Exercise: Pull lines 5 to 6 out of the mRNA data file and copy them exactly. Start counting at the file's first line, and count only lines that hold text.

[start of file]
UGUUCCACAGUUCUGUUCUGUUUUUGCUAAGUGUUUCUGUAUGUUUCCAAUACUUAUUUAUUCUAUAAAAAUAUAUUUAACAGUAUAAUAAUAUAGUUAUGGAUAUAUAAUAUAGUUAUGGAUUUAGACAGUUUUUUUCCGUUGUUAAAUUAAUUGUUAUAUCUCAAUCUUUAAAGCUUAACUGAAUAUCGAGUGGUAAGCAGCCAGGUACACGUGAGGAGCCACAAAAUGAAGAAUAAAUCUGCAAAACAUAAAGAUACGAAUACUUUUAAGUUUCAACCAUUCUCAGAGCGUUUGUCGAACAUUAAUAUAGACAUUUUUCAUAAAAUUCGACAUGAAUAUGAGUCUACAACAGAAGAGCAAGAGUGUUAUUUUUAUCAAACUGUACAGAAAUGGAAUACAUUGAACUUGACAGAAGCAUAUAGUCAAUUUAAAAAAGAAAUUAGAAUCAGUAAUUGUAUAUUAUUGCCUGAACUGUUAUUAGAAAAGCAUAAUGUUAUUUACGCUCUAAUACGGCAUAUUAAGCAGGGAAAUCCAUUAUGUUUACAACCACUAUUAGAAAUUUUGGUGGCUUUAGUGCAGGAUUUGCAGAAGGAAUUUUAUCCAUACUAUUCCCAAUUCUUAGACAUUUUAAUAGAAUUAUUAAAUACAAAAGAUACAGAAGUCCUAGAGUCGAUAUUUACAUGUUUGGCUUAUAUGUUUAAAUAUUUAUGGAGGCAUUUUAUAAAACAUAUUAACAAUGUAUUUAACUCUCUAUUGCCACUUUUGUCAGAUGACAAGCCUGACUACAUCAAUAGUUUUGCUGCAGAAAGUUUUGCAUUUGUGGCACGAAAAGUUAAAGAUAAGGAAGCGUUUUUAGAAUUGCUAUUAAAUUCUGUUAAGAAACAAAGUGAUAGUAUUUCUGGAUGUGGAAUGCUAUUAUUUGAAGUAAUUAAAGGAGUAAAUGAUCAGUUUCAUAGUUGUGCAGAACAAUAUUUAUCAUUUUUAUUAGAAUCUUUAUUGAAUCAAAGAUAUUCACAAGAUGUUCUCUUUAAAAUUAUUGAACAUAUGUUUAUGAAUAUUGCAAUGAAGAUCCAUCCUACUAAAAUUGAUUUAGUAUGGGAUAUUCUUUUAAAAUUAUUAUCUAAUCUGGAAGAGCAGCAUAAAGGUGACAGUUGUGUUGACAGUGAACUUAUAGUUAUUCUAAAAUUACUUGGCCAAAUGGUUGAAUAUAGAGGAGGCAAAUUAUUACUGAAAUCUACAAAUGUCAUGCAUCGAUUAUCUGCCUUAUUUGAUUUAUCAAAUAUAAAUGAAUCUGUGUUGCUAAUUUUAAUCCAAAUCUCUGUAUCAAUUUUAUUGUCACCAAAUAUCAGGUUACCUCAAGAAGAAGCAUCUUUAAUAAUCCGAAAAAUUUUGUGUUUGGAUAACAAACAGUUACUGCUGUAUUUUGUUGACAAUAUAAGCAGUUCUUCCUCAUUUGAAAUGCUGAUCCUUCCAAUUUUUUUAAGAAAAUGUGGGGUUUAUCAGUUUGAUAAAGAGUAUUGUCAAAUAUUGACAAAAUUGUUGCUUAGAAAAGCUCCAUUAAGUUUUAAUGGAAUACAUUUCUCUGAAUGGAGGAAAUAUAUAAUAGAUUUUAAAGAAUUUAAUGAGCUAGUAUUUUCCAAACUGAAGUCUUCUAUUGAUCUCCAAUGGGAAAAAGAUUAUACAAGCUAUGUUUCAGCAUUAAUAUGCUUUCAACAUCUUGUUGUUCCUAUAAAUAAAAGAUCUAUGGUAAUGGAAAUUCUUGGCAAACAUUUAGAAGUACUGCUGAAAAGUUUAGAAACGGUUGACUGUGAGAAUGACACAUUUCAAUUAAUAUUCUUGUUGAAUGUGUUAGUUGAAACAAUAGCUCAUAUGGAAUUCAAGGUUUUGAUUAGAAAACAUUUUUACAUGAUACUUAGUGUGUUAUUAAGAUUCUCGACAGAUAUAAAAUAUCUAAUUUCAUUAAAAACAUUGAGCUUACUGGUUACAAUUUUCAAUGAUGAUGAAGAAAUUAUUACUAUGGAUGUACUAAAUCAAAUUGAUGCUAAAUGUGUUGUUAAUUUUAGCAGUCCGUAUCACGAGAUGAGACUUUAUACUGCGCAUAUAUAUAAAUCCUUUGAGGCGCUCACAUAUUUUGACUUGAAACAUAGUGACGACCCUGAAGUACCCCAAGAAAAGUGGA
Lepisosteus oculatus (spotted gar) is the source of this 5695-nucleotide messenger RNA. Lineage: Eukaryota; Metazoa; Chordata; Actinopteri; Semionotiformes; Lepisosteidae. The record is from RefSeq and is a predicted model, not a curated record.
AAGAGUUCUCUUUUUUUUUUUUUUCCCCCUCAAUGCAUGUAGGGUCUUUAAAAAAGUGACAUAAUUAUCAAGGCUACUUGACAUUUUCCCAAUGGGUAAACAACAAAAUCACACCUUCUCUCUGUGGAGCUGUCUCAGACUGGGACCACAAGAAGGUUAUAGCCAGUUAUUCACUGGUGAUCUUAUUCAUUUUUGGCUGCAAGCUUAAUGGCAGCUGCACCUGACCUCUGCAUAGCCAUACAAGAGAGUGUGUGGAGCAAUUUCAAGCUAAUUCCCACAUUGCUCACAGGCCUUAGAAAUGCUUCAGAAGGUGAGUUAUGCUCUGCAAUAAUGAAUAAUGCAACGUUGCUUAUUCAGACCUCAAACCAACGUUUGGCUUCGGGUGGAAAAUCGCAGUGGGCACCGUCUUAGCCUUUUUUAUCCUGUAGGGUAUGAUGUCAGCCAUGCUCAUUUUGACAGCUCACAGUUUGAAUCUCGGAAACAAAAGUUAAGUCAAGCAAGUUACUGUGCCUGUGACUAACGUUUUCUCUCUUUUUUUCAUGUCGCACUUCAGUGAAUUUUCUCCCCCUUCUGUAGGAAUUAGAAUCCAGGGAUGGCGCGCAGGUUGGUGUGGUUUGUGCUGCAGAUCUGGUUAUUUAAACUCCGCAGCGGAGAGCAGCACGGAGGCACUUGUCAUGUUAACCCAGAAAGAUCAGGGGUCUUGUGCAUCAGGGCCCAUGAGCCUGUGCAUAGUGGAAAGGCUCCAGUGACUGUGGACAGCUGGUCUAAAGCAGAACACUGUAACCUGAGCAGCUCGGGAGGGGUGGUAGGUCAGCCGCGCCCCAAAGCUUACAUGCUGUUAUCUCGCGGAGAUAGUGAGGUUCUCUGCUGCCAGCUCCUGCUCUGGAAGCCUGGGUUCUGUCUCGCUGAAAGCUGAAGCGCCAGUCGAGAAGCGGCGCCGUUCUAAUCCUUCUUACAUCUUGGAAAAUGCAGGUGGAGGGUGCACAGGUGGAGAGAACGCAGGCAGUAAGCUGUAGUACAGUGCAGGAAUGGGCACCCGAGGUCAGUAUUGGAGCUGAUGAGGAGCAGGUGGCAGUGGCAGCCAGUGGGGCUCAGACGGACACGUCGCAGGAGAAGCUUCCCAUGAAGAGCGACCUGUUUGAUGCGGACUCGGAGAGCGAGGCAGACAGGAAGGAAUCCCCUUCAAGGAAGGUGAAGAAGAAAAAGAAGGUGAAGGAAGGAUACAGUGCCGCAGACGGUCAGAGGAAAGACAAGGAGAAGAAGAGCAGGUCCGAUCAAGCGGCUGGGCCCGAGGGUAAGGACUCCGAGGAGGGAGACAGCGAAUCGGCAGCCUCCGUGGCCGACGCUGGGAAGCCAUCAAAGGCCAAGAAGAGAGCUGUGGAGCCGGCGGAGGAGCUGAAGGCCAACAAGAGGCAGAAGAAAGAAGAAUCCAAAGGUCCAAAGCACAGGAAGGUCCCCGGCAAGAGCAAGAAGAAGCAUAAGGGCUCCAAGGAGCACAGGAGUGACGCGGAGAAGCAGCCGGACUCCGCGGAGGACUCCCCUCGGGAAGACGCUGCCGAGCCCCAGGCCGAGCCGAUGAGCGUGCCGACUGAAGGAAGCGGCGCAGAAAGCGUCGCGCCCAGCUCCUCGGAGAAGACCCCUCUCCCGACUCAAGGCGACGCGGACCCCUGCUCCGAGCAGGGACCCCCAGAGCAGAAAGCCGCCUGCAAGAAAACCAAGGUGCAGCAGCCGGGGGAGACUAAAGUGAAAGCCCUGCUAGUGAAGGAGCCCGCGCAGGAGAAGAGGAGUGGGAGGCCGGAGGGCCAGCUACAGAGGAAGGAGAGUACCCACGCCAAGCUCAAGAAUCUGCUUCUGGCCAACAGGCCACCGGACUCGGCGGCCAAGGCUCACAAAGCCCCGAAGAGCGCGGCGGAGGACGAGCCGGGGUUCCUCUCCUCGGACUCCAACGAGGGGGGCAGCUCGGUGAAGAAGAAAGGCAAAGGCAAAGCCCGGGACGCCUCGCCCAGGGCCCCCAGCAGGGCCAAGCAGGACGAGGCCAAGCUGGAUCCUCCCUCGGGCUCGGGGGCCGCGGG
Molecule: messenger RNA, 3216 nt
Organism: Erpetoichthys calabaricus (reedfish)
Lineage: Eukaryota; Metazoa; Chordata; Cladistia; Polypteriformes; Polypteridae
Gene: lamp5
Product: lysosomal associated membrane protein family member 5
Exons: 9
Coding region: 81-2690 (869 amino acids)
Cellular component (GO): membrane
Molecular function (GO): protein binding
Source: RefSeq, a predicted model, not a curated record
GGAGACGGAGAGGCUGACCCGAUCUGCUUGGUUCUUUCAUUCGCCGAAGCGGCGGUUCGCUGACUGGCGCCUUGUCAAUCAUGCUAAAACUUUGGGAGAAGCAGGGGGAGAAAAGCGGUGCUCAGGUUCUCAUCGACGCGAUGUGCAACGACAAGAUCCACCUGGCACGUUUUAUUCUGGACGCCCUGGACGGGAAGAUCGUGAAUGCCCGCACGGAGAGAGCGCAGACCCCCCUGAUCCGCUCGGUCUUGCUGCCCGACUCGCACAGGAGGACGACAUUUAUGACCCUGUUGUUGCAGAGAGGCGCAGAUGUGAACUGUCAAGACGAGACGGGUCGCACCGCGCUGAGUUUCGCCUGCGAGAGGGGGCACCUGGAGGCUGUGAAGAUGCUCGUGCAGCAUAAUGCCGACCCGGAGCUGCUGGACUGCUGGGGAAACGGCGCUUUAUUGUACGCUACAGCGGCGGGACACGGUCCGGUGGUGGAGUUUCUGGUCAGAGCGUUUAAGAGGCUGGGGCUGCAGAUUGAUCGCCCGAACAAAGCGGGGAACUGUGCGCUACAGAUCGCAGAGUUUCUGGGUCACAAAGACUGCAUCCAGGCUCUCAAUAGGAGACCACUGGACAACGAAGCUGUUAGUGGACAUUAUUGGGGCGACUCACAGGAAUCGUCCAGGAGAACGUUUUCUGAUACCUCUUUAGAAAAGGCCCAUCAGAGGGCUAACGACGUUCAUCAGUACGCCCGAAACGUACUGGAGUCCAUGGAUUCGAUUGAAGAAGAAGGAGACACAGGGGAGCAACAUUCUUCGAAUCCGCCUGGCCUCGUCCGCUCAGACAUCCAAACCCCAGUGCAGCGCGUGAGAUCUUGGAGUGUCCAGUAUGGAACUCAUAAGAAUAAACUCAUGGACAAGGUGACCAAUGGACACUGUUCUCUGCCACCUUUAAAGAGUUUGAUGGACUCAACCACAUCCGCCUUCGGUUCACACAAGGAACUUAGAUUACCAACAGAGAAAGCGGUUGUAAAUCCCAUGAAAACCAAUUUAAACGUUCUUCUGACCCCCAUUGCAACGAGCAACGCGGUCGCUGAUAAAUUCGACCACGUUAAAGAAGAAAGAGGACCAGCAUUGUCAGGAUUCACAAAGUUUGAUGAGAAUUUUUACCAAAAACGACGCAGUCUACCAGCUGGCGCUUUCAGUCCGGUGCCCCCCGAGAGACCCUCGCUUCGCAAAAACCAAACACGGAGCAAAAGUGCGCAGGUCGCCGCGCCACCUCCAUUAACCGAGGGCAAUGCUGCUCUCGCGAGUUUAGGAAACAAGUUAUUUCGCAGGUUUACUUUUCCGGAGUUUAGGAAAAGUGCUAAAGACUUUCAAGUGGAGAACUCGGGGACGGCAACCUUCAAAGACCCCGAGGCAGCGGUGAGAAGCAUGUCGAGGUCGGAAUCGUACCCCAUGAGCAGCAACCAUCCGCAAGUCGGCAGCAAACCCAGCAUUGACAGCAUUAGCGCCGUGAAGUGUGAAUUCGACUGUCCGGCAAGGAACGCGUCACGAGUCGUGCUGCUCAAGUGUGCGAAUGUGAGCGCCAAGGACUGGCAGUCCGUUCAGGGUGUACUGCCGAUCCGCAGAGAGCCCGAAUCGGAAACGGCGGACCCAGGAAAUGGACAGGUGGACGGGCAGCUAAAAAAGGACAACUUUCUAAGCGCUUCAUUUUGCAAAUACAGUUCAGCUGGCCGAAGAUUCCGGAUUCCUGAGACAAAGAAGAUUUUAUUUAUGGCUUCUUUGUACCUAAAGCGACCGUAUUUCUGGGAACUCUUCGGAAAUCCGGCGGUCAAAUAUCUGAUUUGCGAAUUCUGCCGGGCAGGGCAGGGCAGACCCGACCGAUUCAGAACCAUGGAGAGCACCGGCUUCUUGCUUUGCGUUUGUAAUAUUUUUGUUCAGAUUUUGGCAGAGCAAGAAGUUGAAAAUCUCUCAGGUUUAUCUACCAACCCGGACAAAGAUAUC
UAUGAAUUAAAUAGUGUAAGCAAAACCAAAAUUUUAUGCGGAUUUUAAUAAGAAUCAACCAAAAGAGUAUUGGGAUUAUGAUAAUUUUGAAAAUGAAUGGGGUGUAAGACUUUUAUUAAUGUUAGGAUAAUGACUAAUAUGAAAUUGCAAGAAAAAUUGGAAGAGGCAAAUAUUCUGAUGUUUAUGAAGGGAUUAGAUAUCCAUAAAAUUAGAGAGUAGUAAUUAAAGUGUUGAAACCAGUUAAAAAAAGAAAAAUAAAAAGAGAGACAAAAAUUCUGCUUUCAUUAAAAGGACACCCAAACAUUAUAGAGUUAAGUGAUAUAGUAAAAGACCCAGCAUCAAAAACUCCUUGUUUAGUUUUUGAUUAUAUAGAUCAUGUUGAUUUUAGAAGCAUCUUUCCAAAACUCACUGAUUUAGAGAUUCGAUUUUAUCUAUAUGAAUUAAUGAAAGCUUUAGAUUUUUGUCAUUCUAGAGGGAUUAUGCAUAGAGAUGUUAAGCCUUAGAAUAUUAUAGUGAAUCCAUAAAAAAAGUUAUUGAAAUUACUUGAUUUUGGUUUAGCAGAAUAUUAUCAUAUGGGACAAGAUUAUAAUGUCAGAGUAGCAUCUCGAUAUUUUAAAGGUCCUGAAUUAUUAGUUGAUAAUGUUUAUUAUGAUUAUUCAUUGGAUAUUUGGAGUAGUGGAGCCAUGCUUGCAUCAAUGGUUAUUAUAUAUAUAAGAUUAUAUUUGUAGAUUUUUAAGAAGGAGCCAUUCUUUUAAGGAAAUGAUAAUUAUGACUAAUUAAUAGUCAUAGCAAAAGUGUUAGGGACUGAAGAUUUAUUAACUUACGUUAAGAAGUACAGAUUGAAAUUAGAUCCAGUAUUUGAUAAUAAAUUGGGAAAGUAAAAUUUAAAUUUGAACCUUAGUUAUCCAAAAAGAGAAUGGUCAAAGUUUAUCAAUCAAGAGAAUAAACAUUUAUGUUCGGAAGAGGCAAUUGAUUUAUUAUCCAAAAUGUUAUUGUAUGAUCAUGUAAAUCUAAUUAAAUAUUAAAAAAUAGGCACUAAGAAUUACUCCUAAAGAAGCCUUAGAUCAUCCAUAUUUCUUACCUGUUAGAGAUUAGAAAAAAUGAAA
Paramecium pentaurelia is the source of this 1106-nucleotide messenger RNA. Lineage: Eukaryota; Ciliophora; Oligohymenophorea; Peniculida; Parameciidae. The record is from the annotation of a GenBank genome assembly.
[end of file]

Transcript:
Organism: Erpetoichthys calabaricus (reedfish)
Lineage: Eukaryota; Metazoa; Chordata; Cladistia; Polypteriformes; Polypteridae